AMY IVY, Cornell Cooperative Extension
---- — Regular readers have seen me say that the key to success in growing any kind of plant is in the soil.
Healthy soil makes for healthy plants, plain and simple. Adding organic matter is always a good idea, but today I want to focus on another aspect of soil quality, its nutrient content.
I'm not talking so much about pH here, although that is one factor. I'm focusing on actual nutrients and minerals such as potassium, calcium, iron and the current hot topic for anyone in our region: phosphorus.
The only way to know how much of any of these elements is in your soil is to have it tested. That also goes for determining the pH, soluble salt levels and percent organic matter.
For an accurate reading, you really need to send your soil to a lab. Those home soil-testing kits are just not reliable enough, and the probes sold for testing soil pH are also inaccurate. We can test your soil pH in our office using a Cornell test, but for a full nutrient analysis, you need to use a lab.
For most home gardens, a complete nutrient test needs to be done only every few years. It's interesting to see where your soil levels are and to find out which nutrients are lacking and which you have in excess, if any. I especially like this complete test because it tells you the percent organic-matter content of your soil. Don't be surprised if this number is lower than you expected. Home garden soil is usually only 4 to 6 percent organic matter, even after years of improvements. This number varies widely, though, so you'll need a test to find out where you are.
Your test results will be only as accurate as the sample you send in, so take the time to do this properly. Take a small bucket, and use a trowel or shovel to dig 4 to 6 inches into your soil, and take about a half-cup from several spots around your garden area at this depth. Do not include surface soil in your sample. Mix all these scoops together in your bucket, and then take 1 to 2 cups of this mixture for the sample you'll submit. Let your sample air dry before mailing it to the lab.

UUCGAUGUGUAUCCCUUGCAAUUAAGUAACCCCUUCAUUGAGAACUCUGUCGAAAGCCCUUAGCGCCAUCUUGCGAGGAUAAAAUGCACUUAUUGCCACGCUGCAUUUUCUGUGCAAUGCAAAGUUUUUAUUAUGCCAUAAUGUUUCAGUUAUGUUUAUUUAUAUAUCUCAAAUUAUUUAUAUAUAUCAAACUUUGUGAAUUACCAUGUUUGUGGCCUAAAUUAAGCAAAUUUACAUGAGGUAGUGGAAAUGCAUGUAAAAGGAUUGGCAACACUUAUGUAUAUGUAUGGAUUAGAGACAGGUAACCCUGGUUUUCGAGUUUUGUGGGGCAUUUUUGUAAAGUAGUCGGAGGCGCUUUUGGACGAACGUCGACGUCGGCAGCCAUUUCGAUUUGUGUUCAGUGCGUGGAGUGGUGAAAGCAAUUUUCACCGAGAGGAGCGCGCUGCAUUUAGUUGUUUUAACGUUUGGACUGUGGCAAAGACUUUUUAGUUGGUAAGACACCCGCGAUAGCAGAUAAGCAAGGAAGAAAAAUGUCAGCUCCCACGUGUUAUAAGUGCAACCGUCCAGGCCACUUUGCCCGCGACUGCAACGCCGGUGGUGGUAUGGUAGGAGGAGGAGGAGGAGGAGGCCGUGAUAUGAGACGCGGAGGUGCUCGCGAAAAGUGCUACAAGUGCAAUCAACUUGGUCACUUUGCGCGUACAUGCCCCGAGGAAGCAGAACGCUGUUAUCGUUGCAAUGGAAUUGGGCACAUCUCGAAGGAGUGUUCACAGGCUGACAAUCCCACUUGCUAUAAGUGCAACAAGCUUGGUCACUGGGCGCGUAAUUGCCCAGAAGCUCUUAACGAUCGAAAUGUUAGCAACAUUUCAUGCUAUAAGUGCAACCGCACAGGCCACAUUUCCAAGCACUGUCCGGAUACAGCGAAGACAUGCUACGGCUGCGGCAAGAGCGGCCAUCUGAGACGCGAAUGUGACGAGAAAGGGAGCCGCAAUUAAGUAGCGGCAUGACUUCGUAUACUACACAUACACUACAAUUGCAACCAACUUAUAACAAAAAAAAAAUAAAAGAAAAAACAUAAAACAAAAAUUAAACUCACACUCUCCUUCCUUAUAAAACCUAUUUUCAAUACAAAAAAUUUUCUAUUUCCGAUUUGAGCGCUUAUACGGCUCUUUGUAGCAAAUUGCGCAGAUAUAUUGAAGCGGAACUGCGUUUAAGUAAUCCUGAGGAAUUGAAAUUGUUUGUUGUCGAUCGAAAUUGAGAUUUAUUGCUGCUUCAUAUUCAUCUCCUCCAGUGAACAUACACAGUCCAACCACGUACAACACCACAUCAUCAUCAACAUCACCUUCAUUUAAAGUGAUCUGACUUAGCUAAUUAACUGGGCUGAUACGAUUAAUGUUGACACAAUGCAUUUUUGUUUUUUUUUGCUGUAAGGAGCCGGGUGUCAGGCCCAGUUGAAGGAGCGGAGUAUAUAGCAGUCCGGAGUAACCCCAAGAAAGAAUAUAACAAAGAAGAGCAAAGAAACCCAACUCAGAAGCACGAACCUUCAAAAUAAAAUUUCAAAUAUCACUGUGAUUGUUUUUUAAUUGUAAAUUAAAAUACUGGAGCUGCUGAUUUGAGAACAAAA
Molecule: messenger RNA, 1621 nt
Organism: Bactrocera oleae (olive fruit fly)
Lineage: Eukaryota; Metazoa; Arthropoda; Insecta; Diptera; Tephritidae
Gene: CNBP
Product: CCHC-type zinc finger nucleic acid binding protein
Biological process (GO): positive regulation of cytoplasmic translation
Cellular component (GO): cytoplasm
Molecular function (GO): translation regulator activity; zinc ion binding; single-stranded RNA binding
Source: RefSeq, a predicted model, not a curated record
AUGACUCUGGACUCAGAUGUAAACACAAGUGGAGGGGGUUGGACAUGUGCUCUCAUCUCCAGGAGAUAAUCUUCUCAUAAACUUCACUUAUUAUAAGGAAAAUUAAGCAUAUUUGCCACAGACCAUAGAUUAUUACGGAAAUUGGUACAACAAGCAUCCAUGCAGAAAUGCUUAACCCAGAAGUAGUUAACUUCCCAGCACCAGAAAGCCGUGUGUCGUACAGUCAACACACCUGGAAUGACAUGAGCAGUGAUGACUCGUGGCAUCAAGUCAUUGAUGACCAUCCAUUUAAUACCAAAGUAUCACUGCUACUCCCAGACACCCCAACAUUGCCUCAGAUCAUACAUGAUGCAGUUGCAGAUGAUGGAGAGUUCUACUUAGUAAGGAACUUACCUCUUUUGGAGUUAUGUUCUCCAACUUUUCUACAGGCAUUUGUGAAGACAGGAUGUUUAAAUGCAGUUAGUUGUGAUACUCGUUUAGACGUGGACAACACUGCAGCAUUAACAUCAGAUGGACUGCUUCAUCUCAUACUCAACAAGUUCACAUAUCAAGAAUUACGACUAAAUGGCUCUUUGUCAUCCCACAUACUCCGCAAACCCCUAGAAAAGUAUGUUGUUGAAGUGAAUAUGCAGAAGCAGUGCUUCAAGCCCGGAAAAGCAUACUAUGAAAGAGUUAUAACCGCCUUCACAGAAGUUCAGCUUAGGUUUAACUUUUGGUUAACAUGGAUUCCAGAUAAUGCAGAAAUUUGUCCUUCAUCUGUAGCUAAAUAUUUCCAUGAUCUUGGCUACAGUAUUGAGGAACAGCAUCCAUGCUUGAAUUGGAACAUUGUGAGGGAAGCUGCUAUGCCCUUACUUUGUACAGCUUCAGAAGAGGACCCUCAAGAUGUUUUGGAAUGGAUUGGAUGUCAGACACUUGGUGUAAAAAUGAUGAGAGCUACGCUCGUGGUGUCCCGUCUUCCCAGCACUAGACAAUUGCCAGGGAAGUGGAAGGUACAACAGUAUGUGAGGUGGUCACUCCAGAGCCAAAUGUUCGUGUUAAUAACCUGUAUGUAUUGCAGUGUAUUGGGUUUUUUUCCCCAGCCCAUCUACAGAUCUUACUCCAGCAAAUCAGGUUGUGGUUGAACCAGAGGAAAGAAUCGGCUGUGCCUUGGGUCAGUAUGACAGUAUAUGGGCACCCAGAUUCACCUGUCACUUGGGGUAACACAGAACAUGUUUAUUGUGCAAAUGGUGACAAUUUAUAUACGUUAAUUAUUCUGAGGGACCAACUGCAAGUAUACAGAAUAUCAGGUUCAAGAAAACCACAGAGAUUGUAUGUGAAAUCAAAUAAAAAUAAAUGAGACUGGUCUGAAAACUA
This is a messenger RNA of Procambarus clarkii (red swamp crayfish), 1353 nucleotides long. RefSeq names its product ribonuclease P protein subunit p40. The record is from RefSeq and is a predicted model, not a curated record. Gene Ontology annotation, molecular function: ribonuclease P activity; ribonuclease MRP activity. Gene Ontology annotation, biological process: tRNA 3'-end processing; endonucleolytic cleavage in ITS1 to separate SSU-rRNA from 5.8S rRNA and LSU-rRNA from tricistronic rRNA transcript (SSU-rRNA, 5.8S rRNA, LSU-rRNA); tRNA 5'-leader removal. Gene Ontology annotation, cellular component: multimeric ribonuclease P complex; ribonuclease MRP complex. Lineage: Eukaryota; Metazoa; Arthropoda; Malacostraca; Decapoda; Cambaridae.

If you have several garden plots with different conditions or treatments, test each one separately. Be sure that each sample submitted is made up of several smaller samples taken from the garden plot.
You can call or email our office for a copy of the proper form to include with your sample, and we have the sample boxes the lab likes you to use. You can also download the form from www.dairyone.com/AgroOne/soiltesting. For home gardens, use Form H, which tests for 10 different nutrients and costs $12 for the basic test or $17 if you want soluble salts tested, as well.
If you want the abbreviated test for your lawn, use Form T for turf. This will test only the pH and phosphorus level and costs $7.
Nitrogen is not included in any of these tests, even in the standard tests used by commercial growers, because its level fluctuates widely, making an accurate reading nearly impossible.
Once you get your test results back, contact your local extension office for help in interpreting what the results say. If you would include the office on the form when you send in your sample, your results will be emailed there as well as to your home. This makes it easier for us to help you with your results.
Amy Ivy is executive director of Cornell Cooperative Extension, Clinton County. Office phone numbers: Clinton County, 561-7450, Essex County, 962-4810, Franklin County, 483-7403. Website: www.cce.cornell.edu/ecgardening. Email questions to askMG@cornell.edu.